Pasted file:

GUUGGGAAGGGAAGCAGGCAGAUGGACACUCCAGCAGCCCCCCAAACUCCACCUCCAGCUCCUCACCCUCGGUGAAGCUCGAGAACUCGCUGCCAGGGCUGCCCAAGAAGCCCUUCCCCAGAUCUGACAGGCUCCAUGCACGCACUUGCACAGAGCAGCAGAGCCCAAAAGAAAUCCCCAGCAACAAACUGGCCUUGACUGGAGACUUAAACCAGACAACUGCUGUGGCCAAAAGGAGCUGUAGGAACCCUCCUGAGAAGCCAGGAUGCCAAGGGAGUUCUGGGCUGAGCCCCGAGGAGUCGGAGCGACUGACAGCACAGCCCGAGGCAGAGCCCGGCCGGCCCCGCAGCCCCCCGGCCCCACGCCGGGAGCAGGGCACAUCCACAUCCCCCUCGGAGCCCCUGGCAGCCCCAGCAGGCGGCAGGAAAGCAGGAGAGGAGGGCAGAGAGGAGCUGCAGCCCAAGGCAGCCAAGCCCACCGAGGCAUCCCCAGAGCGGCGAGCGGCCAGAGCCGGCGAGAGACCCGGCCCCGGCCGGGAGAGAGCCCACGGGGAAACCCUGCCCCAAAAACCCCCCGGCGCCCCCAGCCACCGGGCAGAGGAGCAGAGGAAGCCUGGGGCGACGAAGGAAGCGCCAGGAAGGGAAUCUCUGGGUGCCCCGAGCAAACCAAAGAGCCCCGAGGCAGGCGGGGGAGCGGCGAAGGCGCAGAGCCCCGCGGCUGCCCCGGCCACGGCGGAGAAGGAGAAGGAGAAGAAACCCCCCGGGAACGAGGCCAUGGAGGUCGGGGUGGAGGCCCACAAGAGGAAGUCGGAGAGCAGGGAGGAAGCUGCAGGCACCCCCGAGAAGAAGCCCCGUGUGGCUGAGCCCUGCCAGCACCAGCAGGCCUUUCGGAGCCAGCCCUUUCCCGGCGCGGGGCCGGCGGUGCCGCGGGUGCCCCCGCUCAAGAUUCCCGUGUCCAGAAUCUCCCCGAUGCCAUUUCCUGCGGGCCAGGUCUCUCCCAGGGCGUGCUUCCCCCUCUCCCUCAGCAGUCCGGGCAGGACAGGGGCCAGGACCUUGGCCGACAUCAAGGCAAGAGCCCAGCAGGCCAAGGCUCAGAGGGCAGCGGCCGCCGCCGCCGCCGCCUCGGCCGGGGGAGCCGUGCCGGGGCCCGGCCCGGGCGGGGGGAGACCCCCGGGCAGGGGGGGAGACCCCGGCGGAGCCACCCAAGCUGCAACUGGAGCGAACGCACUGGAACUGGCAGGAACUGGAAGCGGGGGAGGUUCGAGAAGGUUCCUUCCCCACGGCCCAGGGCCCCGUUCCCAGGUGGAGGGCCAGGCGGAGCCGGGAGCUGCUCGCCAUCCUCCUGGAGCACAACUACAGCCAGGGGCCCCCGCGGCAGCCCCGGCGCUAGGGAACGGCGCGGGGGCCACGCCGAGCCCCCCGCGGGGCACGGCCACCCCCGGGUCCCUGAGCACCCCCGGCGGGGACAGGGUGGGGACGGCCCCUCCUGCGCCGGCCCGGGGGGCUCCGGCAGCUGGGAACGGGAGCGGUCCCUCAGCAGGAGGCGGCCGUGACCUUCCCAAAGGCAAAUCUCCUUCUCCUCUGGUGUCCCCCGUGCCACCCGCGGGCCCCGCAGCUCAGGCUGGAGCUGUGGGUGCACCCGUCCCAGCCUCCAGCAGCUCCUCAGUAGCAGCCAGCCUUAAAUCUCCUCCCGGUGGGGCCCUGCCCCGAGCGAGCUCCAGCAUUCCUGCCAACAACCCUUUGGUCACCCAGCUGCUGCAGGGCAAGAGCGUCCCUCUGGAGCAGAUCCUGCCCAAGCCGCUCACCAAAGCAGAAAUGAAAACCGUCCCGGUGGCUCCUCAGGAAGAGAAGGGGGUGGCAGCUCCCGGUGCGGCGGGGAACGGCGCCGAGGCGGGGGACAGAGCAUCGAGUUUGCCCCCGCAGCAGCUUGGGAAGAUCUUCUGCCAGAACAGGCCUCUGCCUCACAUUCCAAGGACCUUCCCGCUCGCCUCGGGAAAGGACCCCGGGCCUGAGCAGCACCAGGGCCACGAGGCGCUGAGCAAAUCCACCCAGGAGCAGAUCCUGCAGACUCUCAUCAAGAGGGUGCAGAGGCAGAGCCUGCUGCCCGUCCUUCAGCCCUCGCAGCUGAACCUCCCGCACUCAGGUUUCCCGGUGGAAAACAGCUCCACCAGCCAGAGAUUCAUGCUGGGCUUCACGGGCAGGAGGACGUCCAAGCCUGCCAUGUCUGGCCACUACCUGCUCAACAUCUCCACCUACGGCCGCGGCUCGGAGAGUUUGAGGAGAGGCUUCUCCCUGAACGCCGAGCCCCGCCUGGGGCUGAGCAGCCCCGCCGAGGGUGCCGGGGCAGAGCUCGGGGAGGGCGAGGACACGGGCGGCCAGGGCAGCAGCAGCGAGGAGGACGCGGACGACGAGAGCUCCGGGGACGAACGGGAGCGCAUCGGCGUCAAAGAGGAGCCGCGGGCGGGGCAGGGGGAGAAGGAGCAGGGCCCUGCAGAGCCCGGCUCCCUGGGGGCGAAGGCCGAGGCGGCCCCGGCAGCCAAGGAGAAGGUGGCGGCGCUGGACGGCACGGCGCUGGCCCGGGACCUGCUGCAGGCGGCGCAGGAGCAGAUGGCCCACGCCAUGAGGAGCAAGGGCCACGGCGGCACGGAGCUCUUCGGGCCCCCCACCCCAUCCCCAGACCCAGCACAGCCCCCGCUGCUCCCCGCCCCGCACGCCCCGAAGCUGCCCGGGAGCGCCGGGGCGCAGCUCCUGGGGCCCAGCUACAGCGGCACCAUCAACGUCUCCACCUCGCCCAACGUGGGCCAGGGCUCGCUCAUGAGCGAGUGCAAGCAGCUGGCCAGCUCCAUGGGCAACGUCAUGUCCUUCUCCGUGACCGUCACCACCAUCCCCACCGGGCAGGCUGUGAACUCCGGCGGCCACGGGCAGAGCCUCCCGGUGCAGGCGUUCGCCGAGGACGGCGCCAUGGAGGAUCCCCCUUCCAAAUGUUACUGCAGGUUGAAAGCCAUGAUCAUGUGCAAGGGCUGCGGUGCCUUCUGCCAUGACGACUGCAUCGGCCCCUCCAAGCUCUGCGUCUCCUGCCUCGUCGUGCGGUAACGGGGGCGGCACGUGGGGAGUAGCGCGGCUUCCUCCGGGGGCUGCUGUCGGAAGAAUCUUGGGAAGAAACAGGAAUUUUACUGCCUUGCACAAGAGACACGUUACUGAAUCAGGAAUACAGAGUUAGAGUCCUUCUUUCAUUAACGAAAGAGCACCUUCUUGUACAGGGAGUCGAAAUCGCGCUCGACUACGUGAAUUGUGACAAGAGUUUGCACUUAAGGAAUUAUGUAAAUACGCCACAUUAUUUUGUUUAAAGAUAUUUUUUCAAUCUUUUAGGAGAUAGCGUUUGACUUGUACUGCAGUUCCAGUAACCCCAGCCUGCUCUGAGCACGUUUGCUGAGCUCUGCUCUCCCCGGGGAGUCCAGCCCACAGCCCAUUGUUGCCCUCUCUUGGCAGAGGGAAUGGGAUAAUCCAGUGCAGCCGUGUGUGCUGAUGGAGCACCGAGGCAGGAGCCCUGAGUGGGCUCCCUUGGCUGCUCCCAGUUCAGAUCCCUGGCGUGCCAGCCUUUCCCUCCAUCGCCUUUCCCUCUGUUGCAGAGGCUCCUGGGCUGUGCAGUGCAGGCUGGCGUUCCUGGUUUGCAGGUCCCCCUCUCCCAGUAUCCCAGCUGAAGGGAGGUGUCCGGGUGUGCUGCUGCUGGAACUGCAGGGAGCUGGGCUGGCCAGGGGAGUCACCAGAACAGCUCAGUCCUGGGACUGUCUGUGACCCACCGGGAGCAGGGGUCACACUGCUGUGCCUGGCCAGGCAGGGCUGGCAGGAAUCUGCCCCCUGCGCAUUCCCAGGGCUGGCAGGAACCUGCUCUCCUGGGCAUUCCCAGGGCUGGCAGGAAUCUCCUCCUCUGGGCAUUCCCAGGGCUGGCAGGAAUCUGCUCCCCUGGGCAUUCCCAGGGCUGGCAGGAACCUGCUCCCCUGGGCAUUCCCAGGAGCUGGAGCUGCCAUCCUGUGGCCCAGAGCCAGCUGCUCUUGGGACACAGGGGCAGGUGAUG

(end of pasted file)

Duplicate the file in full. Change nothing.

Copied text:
GUUGGGAAGGGAAGCAGGCAGAUGGACACUCCAGCAGCCCCCCAAACUCCACCUCCAGCUCCUCACCCUCGGUGAAGCUCGAGAACUCGCUGCCAGGGCUGCCCAAGAAGCCCUUCCCCAGAUCUGACAGGCUCCAUGCACGCACUUGCACAGAGCAGCAGAGCCCAAAAGAAAUCCCCAGCAACAAACUGGCCUUGACUGGAGACUUAAACCAGACAACUGCUGUGGCCAAAAGGAGCUGUAGGAACCCUCCUGAGAAGCCAGGAUGCCAAGGGAGUUCUGGGCUGAGCCCCGAGGAGUCGGAGCGACUGACAGCACAGCCCGAGGCAGAGCCCGGCCGGCCCCGCAGCCCCCCGGCCCCACGCCGGGAGCAGGGCACAUCCACAUCCCCCUCGGAGCCCCUGGCAGCCCCAGCAGGCGGCAGGAAAGCAGGAGAGGAGGGCAGAGAGGAGCUGCAGCCCAAGGCAGCCAAGCCCACCGAGGCAUCCCCAGAGCGGCGAGCGGCCAGAGCCGGCGAGAGACCCGGCCCCGGCCGGGAGAGAGCCCACGGGGAAACCCUGCCCCAAAAACCCCCCGGCGCCCCCAGCCACCGGGCAGAGGAGCAGAGGAAGCCUGGGGCGACGAAGGAAGCGCCAGGAAGGGAAUCUCUGGGUGCCCCGAGCAAACCAAAGAGCCCCGAGGCAGGCGGGGGAGCGGCGAAGGCGCAGAGCCCCGCGGCUGCCCCGGCCACGGCGGAGAAGGAGAAGGAGAAGAAACCCCCCGGGAACGAGGCCAUGGAGGUCGGGGUGGAGGCCCACAAGAGGAAGUCGGAGAGCAGGGAGGAAGCUGCAGGCACCCCCGAGAAGAAGCCCCGUGUGGCUGAGCCCUGCCAGCACCAGCAGGCCUUUCGGAGCCAGCCCUUUCCCGGCGCGGGGCCGGCGGUGCCGCGGGUGCCCCCGCUCAAGAUUCCCGUGUCCAGAAUCUCCCCGAUGCCAUUUCCUGCGGGCCAGGUCUCUCCCAGGGCGUGCUUCCCCCUCUCCCUCAGCAGUCCGGGCAGGACAGGGGCCAGGACCUUGGCCGACAUCAAGGCAAGAGCCCAGCAGGCCAAGGCUCAGAGGGCAGCGGCCGCCGCCGCCGCCGCCUCGGCCGGGGGAGCCGUGCCGGGGCCCGGCCCGGGCGGGGGGAGACCCCCGGGCAGGGGGGGAGACCCCGGCGGAGCCACCCAAGCUGCAACUGGAGCGAACGCACUGGAACUGGCAGGAACUGGAAGCGGGGGAGGUUCGAGAAGGUUCCUUCCCCACGGCCCAGGGCCCCGUUCCCAGGUGGAGGGCCAGGCGGAGCCGGGAGCUGCUCGCCAUCCUCCUGGAGCACAACUACAGCCAGGGGCCCCCGCGGCAGCCCCGGCGCUAGGGAACGGCGCGGGGGCCACGCCGAGCCCCCCGCGGGGCACGGCCACCCCCGGGUCCCUGAGCACCCCCGGCGGGGACAGGGUGGGGACGGCCCCUCCUGCGCCGGCCCGGGGGGCUCCGGCAGCUGGGAACGGGAGCGGUCCCUCAGCAGGAGGCGGCCGUGACCUUCCCAAAGGCAAAUCUCCUUCUCCUCUGGUGUCCCCCGUGCCACCCGCGGGCCCCGCAGCUCAGGCUGGAGCUGUGGGUGCACCCGUCCCAGCCUCCAGCAGCUCCUCAGUAGCAGCCAGCCUUAAAUCUCCUCCCGGUGGGGCCCUGCCCCGAGCGAGCUCCAGCAUUCCUGCCAACAACCCUUUGGUCACCCAGCUGCUGCAGGGCAAGAGCGUCCCUCUGGAGCAGAUCCUGCCCAAGCCGCUCACCAAAGCAGAAAUGAAAACCGUCCCGGUGGCUCCUCAGGAAGAGAAGGGGGUGGCAGCUCCCGGUGCGGCGGGGAACGGCGCCGAGGCGGGGGACAGAGCAUCGAGUUUGCCCCCGCAGCAGCUUGGGAAGAUCUUCUGCCAGAACAGGCCUCUGCCUCACAUUCCAAGGACCUUCCCGCUCGCCUCGGGAAAGGACCCCGGGCCUGAGCAGCACCAGGGCCACGAGGCGCUGAGCAAAUCCACCCAGGAGCAGAUCCUGCAGACUCUCAUCAAGAGGGUGCAGAGGCAGAGCCUGCUGCCCGUCCUUCAGCCCUCGCAGCUGAACCUCCCGCACUCAGGUUUCCCGGUGGAAAACAGCUCCACCAGCCAGAGAUUCAUGCUGGGCUUCACGGGCAGGAGGACGUCCAAGCCUGCCAUGUCUGGCCACUACCUGCUCAACAUCUCCACCUACGGCCGCGGCUCGGAGAGUUUGAGGAGAGGCUUCUCCCUGAACGCCGAGCCCCGCCUGGGGCUGAGCAGCCCCGCCGAGGGUGCCGGGGCAGAGCUCGGGGAGGGCGAGGACACGGGCGGCCAGGGCAGCAGCAGCGAGGAGGACGCGGACGACGAGAGCUCCGGGGACGAACGGGAGCGCAUCGGCGUCAAAGAGGAGCCGCGGGCGGGGCAGGGGGAGAAGGAGCAGGGCCCUGCAGAGCCCGGCUCCCUGGGGGCGAAGGCCGAGGCGGCCCCGGCAGCCAAGGAGAAGGUGGCGGCGCUGGACGGCACGGCGCUGGCCCGGGACCUGCUGCAGGCGGCGCAGGAGCAGAUGGCCCACGCCAUGAGGAGCAAGGGCCACGGCGGCACGGAGCUCUUCGGGCCCCCCACCCCAUCCCCAGACCCAGCACAGCCCCCGCUGCUCCCCGCCCCGCACGCCCCGAAGCUGCCCGGGAGCGCCGGGGCGCAGCUCCUGGGGCCCAGCUACAGCGGCACCAUCAACGUCUCCACCUCGCCCAACGUGGGCCAGGGCUCGCUCAUGAGCGAGUGCAAGCAGCUGGCCAGCUCCAUGGGCAACGUCAUGUCCUUCUCCGUGACCGUCACCACCAUCCCCACCGGGCAGGCUGUGAACUCCGGCGGCCACGGGCAGAGCCUCCCGGUGCAGGCGUUCGCCGAGGACGGCGCCAUGGAGGAUCCCCCUUCCAAAUGUUACUGCAGGUUGAAAGCCAUGAUCAUGUGCAAGGGCUGCGGUGCCUUCUGCCAUGACGACUGCAUCGGCCCCUCCAAGCUCUGCGUCUCCUGCCUCGUCGUGCGGUAACGGGGGCGGCACGUGGGGAGUAGCGCGGCUUCCUCCGGGGGCUGCUGUCGGAAGAAUCUUGGGAAGAAACAGGAAUUUUACUGCCUUGCACAAGAGACACGUUACUGAAUCAGGAAUACAGAGUUAGAGUCCUUCUUUCAUUAACGAAAGAGCACCUUCUUGUACAGGGAGUCGAAAUCGCGCUCGACUACGUGAAUUGUGACAAGAGUUUGCACUUAAGGAAUUAUGUAAAUACGCCACAUUAUUUUGUUUAAAGAUAUUUUUUCAAUCUUUUAGGAGAUAGCGUUUGACUUGUACUGCAGUUCCAGUAACCCCAGCCUGCUCUGAGCACGUUUGCUGAGCUCUGCUCUCCCCGGGGAGUCCAGCCCACAGCCCAUUGUUGCCCUCUCUUGGCAGAGGGAAUGGGAUAAUCCAGUGCAGCCGUGUGUGCUGAUGGAGCACCGAGGCAGGAGCCCUGAGUGGGCUCCCUUGGCUGCUCCCAGUUCAGAUCCCUGGCGUGCCAGCCUUUCCCUCCAUCGCCUUUCCCUCUGUUGCAGAGGCUCCUGGGCUGUGCAGUGCAGGCUGGCGUUCCUGGUUUGCAGGUCCCCCUCUCCCAGUAUCCCAGCUGAAGGGAGGUGUCCGGGUGUGCUGCUGCUGGAACUGCAGGGAGCUGGGCUGGCCAGGGGAGUCACCAGAACAGCUCAGUCCUGGGACUGUCUGUGACCCACCGGGAGCAGGGGUCACACUGCUGUGCCUGGCCAGGCAGGGCUGGCAGGAAUCUGCCCCCUGCGCAUUCCCAGGGCUGGCAGGAACCUGCUCUCCUGGGCAUUCCCAGGGCUGGCAGGAAUCUCCUCCUCUGGGCAUUCCCAGGGCUGGCAGGAAUCUGCUCCCCUGGGCAUUCCCAGGGCUGGCAGGAACCUGCUCCCCUGGGCAUUCCCAGGAGCUGGAGCUGCCAUCCUGUGGCCCAGAGCCAGCUGCUCUUGGGACACAGGGGCAGGUGAUG